AVAM Explores Conflict and Resolution
The Art of War and Peace: Toward an End to Hatred is true to the museum's mission to present broadly thematic mega-shows. There are 250 pieces by 65 self-taught artists here, so your walk will take some time. If the opening sections of the exhibit, which are devoted to specific wars and to more generic apocalyptic scenarios, seem to pack more visual punch than the concluding, peace-oriented sections, it may simply be because evil generally makes for a more compelling picture.
Like previous AVAM exhibits, there's a tendency toward sprawl. There's a lot of war and peace and who knows what else on view, and not everything installed in a particular section seems at home there. But the overall impact is powerful enough to blow all reservations out of the water (to use the sort of hyperbole to which these artists are prone). This is one of the museum's best exhibits, and, God knows, it's the most timely show one could ever hope for (or fear).
The opening section more or less deals with particular wars. The oldest item in the show is an anonymous early-20th-century wood sculpture of the ill-fated battleship Maine, inspiration for the Spanish-American War's rallying cry. It is forcefully if naively carved. The most pungently conveyed war is Vietnam. A veteran from the earliest years of American involvement, Richard Olsen, has an oil painting, "P.O.W." (1964), which depicts a kneeling figure whose back is to us. Its tiny scale and spare imagery has a bigger impact than the bombastic artwork one might expect in a show dedicated in large part to the pomp and mass destruction of war. There's a real feeling of isolation and vulnerability.
Also haunting are the narrative textiles woven by the Hmong, an ethnic group in Laos and Vietnam much disrupted by the Vietnam War. For centuries, Hmong people only used abstract geometric designs in their traditional textiles, but in the 1960s and '70s they incorporated figurative references to soldiers, airplanes, and running refugees. Their textiles also contain phrases in English describing these scenes: the word "leg" next to a woven severed leg.
One of the best pieces in the opening section is Irving Norman's oil painting "Battleship" (1975). Norman doesn't depict a particular conflict but focuses on what it must be like for hundreds of sailors to carry out all the below-decks functions on a warship. Everything is gray and oppressive as gaunt, nude, near-identical workers slave away under the watchful eye of the uniformed officers at the top of the vessel. A Navy recruiting poster it isn't.
The exhibit's pictures of historical wars are displayed in close proximity to others that go beyond history and stare down Armageddon. One of the most striking renderings of the end of the world is frequent AVAM exhibitor Alex Grey's oil painting "Nuclear Crucifixion" (1980), which features Christ on the cross backed by a reddish mushroom cloud. Most of the show's apocalyptic artwork is filled with biblically themed pictures and quotes, but Grey cuts to the topical-turned-eternal chase by only giving us the Bomb and the Savior.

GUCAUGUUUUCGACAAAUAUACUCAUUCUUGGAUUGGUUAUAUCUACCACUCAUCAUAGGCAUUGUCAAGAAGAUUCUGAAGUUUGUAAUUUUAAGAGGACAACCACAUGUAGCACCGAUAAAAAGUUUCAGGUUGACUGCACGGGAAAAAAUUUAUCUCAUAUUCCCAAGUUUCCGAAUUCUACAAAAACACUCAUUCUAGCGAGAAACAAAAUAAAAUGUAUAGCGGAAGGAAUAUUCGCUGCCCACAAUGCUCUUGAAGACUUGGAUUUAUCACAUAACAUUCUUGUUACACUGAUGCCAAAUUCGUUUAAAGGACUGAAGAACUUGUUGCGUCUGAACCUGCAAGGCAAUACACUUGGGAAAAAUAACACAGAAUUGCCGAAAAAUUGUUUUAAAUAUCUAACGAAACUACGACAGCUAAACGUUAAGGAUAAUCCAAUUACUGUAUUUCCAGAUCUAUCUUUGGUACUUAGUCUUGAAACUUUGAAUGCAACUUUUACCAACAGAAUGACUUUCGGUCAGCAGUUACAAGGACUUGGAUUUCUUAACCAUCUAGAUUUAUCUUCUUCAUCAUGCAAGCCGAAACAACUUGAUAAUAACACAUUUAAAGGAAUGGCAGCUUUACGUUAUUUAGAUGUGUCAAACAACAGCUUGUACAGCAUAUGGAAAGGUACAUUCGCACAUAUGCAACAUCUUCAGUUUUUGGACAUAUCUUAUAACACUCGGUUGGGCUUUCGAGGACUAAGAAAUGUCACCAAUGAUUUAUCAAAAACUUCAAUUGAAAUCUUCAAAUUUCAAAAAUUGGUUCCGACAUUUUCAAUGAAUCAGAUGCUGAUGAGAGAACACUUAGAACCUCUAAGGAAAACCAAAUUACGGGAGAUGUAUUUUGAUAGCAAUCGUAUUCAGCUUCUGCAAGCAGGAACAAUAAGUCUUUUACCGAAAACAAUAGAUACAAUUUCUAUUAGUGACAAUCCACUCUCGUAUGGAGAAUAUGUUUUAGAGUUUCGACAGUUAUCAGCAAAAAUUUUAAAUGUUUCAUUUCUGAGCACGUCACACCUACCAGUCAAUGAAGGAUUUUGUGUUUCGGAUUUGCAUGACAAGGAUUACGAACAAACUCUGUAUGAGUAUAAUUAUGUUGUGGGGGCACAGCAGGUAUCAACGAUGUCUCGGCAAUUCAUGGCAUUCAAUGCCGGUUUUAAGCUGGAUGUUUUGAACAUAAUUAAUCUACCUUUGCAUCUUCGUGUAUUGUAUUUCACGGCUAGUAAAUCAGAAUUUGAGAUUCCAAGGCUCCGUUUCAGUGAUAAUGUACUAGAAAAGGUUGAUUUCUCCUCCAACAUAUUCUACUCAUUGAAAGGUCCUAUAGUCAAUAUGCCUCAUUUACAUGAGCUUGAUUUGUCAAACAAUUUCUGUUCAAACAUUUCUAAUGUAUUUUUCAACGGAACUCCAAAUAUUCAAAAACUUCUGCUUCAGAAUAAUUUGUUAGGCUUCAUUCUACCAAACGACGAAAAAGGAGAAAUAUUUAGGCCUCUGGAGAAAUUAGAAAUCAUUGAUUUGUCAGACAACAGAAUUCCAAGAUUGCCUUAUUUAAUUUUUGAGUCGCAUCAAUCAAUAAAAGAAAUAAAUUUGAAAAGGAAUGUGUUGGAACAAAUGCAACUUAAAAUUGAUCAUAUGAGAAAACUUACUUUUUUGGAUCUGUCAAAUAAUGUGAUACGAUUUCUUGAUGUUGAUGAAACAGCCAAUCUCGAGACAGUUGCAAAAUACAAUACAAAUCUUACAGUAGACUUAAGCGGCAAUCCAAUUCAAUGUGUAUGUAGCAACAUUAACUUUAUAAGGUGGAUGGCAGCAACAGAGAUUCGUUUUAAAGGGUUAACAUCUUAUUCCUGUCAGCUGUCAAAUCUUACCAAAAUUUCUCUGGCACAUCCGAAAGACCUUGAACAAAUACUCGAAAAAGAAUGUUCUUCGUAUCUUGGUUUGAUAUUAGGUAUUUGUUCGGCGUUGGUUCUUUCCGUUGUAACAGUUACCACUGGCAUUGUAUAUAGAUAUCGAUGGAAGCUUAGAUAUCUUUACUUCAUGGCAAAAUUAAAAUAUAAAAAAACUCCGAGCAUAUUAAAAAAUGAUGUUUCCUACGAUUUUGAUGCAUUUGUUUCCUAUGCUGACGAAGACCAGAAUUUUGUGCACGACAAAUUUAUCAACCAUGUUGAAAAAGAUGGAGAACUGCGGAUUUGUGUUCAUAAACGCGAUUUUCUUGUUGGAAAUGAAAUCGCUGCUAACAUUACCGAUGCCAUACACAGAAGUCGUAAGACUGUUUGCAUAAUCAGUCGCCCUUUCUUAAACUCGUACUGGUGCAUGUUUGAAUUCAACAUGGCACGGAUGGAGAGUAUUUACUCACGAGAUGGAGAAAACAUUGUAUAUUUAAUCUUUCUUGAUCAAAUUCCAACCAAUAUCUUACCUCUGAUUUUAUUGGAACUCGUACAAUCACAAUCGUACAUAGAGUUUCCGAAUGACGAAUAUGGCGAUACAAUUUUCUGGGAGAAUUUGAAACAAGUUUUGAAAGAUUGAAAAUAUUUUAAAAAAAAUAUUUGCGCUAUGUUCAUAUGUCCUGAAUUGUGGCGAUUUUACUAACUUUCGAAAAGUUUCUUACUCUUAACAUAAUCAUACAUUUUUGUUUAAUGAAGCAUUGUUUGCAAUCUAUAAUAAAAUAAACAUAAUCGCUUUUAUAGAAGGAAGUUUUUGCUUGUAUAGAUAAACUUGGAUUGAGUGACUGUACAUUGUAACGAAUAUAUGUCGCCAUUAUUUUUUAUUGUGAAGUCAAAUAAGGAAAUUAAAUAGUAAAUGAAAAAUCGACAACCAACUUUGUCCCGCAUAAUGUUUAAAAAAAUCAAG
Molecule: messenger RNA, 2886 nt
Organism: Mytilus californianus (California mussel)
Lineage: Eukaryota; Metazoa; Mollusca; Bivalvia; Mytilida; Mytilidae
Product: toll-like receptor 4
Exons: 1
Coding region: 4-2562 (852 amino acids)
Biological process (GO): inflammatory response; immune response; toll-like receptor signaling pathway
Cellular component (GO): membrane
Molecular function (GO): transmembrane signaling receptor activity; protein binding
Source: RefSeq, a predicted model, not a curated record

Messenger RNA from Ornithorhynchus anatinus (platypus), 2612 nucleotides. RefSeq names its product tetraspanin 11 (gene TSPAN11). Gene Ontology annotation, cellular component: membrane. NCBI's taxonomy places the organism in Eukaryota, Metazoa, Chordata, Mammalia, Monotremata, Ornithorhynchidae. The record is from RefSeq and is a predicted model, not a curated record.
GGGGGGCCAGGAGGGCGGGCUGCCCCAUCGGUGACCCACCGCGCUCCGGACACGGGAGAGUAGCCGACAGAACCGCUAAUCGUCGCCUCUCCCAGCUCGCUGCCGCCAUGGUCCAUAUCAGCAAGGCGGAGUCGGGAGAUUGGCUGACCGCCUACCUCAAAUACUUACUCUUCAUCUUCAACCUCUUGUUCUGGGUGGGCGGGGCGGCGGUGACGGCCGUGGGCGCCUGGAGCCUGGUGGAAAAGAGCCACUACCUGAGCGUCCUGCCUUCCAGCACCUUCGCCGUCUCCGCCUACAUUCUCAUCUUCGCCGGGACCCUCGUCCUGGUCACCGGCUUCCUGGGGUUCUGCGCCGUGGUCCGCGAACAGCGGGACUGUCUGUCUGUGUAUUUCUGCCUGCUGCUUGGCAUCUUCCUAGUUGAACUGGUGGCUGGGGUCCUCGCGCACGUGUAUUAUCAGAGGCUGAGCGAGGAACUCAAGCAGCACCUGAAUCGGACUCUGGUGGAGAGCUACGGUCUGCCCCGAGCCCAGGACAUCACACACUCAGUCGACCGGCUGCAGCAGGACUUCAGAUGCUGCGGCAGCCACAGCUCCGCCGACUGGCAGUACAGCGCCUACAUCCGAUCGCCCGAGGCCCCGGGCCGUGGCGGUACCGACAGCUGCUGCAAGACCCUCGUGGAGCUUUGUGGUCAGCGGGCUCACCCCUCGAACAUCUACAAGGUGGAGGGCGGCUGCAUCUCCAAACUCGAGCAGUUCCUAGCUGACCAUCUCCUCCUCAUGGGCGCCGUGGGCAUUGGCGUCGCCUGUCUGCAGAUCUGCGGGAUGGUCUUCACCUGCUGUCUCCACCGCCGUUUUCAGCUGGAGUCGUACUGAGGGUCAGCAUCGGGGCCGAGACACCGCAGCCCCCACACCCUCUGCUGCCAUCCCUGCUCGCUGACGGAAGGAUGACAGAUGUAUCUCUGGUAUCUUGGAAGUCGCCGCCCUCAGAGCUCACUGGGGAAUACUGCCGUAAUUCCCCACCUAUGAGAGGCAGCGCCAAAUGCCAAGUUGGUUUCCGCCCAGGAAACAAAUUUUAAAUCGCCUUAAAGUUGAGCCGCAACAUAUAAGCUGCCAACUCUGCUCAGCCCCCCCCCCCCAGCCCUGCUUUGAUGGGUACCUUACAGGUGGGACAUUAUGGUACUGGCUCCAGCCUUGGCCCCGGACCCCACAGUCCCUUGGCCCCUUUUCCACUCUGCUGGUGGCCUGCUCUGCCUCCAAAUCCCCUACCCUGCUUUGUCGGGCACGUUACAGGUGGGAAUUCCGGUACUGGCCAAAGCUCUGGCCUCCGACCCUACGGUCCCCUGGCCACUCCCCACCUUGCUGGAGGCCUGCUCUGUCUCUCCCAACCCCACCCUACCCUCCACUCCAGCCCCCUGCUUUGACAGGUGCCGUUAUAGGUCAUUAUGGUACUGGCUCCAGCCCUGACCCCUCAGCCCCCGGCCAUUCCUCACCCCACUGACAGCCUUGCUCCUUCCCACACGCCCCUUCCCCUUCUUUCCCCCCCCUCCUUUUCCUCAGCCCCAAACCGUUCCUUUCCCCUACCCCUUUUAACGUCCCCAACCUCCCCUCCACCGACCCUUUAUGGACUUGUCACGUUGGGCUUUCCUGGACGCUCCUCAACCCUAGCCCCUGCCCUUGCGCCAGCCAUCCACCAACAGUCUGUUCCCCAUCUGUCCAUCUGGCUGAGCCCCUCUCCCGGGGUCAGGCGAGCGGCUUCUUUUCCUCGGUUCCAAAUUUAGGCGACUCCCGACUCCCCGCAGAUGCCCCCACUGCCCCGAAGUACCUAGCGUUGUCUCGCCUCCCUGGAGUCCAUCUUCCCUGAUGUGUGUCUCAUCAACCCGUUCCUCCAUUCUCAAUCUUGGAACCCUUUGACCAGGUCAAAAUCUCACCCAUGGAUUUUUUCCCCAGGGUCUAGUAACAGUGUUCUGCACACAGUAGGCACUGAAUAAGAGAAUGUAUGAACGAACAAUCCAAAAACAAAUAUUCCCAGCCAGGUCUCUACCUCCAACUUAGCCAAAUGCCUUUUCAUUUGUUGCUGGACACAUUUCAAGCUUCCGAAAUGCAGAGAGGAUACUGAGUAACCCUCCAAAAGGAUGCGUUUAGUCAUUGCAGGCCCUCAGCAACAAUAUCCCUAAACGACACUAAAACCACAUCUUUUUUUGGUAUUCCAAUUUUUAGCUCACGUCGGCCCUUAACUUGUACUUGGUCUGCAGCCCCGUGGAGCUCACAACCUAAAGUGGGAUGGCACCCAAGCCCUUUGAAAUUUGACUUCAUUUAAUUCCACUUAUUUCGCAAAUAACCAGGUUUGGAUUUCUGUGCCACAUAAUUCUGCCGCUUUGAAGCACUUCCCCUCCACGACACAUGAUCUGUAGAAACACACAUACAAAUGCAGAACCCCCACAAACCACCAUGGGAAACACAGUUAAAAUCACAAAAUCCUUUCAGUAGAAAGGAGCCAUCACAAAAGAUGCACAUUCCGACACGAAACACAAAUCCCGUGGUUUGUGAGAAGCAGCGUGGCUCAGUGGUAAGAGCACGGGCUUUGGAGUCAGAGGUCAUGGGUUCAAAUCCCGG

After surviving this section of the show, you enter a strange little section called "Eracism," the subjects of which range from Jews during the Holocaust to the four African-American girls killed in the 1963 firebombing of a Birmingham, Ala., church. Although there are strong individual works in this section, its consideration of racism expands the exhibit's curatorial focus to the point that it seems as if any vile activity is fair (or foul) game for inclusion.
By the time you move into the much happier homestretch of the exhibit, you may find yourself thinking, Ah, peace at last. Malcah Zeldis' oil paintings "Peaceable Kingdom I" and "II" offer a good place to pause. The works' happy human groupings are studies in interracial harmony, overseen by President Lincoln and fleshed out by animals akin to those painted by Edward Hicks in his many "Peaceable Kingdom" paintings.
If Zeldis mingles real history and idealized situations, other artists go right to paradise. An untitled 1985 acrylic painting by Joseph Parker presents a mansion set amid a lushly pastoral landscape. The bright palette of pink, yellow, green, and purple turns to festive advantage colors that some of the more apocalyptic-minded artists used in angry ways. God doesn't make a personal appearance in this painting but presumably infuses the natural kingdom depicted.
For more direct references to the divine, check out the 70 paintings and sculptures installed together in Howard Finster's "Peace Environment." Finster paints words as much as images. Hence, a shoe-shaped wood-panel painting bears slogans including if a shoe fits, then wear it. There's also a real telephone on which Finster has painted the words call jesus and make it right. Depending on the condition of your soul, that will be either a local or a long-distance call.
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Baltimore, MD 21201